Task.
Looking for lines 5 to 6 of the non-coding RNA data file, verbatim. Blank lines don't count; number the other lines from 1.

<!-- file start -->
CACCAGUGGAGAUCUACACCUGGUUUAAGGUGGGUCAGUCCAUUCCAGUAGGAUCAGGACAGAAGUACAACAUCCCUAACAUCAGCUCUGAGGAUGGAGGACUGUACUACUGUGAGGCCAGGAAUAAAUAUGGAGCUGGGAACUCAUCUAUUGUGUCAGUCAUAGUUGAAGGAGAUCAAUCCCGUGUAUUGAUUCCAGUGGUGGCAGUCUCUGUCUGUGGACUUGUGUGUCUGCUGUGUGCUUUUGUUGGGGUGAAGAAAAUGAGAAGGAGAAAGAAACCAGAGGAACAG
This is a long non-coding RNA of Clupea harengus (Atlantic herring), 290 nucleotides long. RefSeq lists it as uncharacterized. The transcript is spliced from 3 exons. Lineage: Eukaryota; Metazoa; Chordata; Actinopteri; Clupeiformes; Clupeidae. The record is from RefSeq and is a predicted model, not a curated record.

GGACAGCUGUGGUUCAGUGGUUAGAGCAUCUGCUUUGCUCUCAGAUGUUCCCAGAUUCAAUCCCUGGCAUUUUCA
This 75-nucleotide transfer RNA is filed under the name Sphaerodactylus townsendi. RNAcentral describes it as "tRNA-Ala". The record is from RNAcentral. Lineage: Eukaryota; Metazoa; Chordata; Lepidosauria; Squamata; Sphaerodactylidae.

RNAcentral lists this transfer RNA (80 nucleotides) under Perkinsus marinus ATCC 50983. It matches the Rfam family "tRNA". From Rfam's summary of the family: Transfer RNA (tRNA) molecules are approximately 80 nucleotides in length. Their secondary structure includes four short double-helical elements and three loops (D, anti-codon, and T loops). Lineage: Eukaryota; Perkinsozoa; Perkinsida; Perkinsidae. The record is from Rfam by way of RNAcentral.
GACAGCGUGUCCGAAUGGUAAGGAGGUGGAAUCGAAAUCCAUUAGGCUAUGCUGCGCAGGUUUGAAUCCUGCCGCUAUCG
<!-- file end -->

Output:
RNAcentral lists this transfer RNA (80 nucleotides) under Perkinsus marinus ATCC 50983. It matches the Rfam family "tRNA". From Rfam's summary of the family: Transfer RNA (tRNA) molecules are approximately 80 nucleotides in length. Their secondary structure includes four short double-helical elements and three loops (D, anti-codon, and T loops). Lineage: Eukaryota; Perkinsozoa; Perkinsida; Perkinsidae. The record is from Rfam by way of RNAcentral.
GACAGCGUGUCCGAAUGGUAAGGAGGUGGAAUCGAAAUCCAUUAGGCUAUGCUGCGCAGGUUUGAAUCCUGCCGCUAUCG